Light Aircraft license

May 12, 2019

EASA Light Aircraft Pilot


While many private pilots dream about someday flying a light jet, the reality for most of us goes no further than a "high-performance" retractable single or light twin. To move up into the world of turbine airplanes, you need a commercial multi-engine license and type rating, right? Not necessarily!

There's a class of airplanes that offer performance well beyond any piston twin, but can be legally flown by any pilot with a private license, complex and high-performance endorsements, a high-altitude/pressurized endorsement and instrument rating: cabin-class turboprop singles, including the Epic LT, Pilatus PC-12, Piper PA-46-500TP Meridian and Socata TBM-700/850 series. A multi-engine license isn't required with one engine, and a type rating isn't required because these airplanes have a maximum gross weight below 12, 500 pounds and have a prop.

Moreover, while all of these airplanes are legal for single-pilot IFR, most are equipped with dual flight instruments suitable for a crew of two—which is key to getting experience in the flight levels without winning the lottery. All you have to do is find a pilot who flies an airplane like this on FAR Part 91 operations, and ask if he or she would like some company on their next flight (if the flying is done under Part 135 or 121, then a fully qualified co-pilot may be required).

I don't recommend doing this without an instrument rating: Turboprops spend most of their time in the flight levels (class A airspace) above 18, 000 feet. If you don't have an instrument rating, you won't be able to log the time. And, filing and flying IFR gives you experience dealing with air traffic control. That's a necessity when flying in the flight levels, and means you can offer your perspective. Captain the ability to do some of the radio work, which will make bringing you along attractive on long legs.

If the pilot says yes, ask if you can borrow a copy of the pilot owner's handbook (POH)/airplane flight manual (AFM). That will show that you're serious about learning to fly an advanced airplane. You'll need to set aside some serious study time—the POH/AFM for a turboprop will likely be several times the size of any POH you've seen up to now. If the pilot offers you books from a simulator training course, they'll be better organized and easier to read than the POH/AFM, but it will take just as long to understand.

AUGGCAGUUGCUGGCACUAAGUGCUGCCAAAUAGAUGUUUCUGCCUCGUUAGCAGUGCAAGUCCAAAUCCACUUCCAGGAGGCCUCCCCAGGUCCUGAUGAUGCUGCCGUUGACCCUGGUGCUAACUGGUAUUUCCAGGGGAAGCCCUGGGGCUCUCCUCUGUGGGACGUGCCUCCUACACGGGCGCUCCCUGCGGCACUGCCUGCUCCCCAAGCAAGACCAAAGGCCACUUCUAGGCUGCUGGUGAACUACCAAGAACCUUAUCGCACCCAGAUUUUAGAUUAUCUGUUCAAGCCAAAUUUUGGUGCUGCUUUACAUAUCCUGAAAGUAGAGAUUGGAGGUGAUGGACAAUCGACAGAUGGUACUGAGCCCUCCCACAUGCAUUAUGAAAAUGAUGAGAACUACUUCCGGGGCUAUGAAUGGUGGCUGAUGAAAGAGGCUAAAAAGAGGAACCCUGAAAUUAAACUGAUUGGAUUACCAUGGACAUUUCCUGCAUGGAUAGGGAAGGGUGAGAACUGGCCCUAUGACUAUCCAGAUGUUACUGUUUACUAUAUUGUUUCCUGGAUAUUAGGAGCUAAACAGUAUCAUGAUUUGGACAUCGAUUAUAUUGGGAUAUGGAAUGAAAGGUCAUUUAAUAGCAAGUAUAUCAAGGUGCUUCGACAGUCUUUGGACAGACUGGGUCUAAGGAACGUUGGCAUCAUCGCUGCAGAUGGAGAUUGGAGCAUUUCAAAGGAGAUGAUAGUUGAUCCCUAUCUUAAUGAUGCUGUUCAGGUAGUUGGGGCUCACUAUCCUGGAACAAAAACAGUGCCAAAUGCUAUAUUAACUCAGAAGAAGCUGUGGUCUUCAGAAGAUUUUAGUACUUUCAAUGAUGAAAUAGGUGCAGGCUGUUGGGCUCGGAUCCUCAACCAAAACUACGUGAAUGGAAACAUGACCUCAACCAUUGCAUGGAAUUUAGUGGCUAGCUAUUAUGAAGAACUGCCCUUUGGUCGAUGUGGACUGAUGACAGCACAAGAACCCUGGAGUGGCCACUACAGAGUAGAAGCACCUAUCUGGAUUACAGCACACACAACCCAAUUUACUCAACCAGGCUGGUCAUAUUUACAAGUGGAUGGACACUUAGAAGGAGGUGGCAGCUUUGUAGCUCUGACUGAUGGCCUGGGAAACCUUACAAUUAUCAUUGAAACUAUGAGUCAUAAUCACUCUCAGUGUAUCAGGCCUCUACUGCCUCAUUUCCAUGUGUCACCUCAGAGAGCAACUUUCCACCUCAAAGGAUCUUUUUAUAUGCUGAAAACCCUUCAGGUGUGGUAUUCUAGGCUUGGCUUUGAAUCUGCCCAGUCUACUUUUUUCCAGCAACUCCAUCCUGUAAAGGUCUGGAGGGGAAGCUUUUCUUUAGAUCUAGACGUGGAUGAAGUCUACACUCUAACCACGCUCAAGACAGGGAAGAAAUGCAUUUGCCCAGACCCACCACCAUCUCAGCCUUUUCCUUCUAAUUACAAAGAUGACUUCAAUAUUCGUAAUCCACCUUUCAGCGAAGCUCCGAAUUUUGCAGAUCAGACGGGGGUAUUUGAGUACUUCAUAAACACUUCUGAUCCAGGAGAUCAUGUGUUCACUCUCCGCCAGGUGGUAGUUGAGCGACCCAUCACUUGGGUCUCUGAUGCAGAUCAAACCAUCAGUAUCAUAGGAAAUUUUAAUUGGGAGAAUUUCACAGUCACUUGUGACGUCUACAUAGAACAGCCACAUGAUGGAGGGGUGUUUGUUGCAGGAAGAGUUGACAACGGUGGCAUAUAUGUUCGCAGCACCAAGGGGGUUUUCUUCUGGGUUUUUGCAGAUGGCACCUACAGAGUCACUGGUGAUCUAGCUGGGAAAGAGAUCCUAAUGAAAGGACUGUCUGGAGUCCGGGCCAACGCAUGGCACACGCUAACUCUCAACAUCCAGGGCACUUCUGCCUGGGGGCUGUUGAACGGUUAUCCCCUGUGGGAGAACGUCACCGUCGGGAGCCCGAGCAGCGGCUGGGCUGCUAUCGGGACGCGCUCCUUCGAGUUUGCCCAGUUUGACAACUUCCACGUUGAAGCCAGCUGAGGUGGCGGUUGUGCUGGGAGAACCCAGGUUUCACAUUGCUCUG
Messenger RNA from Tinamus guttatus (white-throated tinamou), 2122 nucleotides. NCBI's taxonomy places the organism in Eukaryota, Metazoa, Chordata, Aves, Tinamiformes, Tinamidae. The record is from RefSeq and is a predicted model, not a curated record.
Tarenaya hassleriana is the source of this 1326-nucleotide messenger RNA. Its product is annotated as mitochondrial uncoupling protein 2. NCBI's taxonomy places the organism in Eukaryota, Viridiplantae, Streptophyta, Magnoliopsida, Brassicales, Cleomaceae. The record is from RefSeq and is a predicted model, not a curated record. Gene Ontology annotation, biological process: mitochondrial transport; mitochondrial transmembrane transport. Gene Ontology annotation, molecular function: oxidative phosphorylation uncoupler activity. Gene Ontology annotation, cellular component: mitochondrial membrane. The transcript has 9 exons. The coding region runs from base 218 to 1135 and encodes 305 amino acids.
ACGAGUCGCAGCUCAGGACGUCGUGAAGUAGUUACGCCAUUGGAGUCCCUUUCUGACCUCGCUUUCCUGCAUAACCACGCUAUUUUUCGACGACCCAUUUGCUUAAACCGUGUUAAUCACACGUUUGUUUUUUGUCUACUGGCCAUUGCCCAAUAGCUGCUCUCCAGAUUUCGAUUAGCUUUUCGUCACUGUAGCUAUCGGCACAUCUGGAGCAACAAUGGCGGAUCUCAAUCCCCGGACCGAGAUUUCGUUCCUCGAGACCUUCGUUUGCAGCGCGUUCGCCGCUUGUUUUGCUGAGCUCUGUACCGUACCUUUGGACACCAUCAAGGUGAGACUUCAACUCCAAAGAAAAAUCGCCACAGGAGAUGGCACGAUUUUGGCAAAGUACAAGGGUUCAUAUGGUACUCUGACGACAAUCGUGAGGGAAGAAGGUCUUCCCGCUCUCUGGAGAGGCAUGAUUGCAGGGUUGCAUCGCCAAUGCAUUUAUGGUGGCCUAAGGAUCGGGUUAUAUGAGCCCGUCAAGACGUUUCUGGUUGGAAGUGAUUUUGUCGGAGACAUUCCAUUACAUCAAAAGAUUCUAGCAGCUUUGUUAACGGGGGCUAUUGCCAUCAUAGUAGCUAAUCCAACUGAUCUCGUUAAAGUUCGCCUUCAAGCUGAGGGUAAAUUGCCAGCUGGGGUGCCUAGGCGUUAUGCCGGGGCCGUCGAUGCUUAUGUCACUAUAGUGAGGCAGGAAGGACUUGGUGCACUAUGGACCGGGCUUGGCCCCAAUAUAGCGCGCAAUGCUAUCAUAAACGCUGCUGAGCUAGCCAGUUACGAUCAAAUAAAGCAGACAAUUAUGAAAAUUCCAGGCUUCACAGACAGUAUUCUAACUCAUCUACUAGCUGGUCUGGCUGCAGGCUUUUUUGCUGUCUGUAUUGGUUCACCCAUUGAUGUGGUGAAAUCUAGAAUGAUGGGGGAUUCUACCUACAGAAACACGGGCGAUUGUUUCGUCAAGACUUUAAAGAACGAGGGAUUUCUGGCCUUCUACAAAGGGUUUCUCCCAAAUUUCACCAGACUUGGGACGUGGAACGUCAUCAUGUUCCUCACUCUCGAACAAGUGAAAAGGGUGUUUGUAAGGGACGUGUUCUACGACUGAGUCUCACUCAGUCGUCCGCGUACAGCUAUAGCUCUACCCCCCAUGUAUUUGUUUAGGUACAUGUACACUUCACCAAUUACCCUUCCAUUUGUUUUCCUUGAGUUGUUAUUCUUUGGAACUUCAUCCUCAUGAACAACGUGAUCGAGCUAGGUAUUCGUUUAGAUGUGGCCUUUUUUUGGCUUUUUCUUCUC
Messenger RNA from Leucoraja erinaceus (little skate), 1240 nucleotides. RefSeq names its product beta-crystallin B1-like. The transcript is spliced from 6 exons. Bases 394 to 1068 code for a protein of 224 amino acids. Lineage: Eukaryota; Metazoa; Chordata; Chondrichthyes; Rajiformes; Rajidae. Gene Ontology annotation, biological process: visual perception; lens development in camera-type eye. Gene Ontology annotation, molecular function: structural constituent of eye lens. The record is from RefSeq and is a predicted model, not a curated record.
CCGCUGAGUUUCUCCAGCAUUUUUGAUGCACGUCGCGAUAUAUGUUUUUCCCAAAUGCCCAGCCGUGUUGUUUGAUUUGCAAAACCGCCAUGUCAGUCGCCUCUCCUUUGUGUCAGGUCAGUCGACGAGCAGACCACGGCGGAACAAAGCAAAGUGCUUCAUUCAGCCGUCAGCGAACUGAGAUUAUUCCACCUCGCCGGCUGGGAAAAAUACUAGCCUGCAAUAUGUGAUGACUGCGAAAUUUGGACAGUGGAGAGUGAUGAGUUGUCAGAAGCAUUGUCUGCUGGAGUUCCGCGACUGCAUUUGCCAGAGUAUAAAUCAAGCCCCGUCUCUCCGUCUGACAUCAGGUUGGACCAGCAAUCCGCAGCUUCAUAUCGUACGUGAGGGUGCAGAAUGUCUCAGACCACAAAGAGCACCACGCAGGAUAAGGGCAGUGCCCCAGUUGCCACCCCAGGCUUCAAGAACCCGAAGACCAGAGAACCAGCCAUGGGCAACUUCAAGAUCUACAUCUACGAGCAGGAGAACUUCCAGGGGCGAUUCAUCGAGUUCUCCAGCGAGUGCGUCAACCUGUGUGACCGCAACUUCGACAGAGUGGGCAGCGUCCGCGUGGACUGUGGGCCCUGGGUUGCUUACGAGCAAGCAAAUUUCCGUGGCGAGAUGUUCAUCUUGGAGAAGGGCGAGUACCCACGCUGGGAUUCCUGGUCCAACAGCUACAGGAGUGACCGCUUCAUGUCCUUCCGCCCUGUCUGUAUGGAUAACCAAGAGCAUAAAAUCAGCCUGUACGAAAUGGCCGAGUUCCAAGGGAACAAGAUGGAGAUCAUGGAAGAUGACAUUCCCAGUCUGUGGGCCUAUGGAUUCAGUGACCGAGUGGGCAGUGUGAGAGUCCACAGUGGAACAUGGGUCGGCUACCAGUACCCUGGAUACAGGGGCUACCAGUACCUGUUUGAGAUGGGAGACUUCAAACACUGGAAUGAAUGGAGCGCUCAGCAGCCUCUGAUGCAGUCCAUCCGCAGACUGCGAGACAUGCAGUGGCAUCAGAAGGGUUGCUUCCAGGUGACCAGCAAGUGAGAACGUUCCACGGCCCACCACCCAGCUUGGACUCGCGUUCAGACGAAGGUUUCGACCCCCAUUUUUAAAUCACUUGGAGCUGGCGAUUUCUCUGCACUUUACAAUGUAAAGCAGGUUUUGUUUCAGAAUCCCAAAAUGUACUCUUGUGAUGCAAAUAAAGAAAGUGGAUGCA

The books are big because airplanes in this class have significantly more complex systems than piston singles and light twins. As with any airplane, you've got a power plant, flight controls, fuel system and airframe. But for cabin-class turboprops, you can also expect to deal with pressurization, complex hydraulics and pneumatics, a more complex electrical system with multiple buses and weather equipment, including heated prop and windshield, de-ice boots and probably weather radar. You'll also find some unfamiliar instrumentation in the panel.

Don't panic—as the pilot who first invited me to fly right-seat in a turboprop single pointed out: "It's just an airplane."

Main Differences
In the space available for this article, I can't possibly cover everything that's different about flying a turboprop, but here are some issues common to turboprop operations that stand out as very different from what I was used to from my years flying piston singles.


If you're planning to own a turboprop, it's always a good idea to get professional instruction. Training will likely be insurance mandated and will include initial and recurrent simulator training, as well as type-specific in-aircraft training along with mentor time.

In flight training, and as we move from one piston airplane to another, we memorize certain airspeeds (or, at least, learn how to find them on the airspeed indicator): stall (clean and with flaps), best glide, never exceed, etc. In all airplanes, V-speeds are weight and temperature dependent, but in bigger airplanes such as turboprops, the variation in weight is enough to matter so that values are often computed before each flight. The one exception to this is Vne, which we'll get to later.

With GPS pretty much standard in these airplanes, the route can sometimes be direct from the departure airport (or a nearby navigational aid) to the first fix on an arrival procedure. Altitude is usually selected by comparing winds at several altitudes above FL 200. Any lower, and the turboprop isn't very efficient. Turboprops typically go as high as possible for the best economy. With climb rates of nearly 1, 000 fpm at FL 270, most turboprop singles will have no trouble "popping up" to an altitude above FL 200 on all but the shortest flights.

Source: www.planeandpilotmag.com
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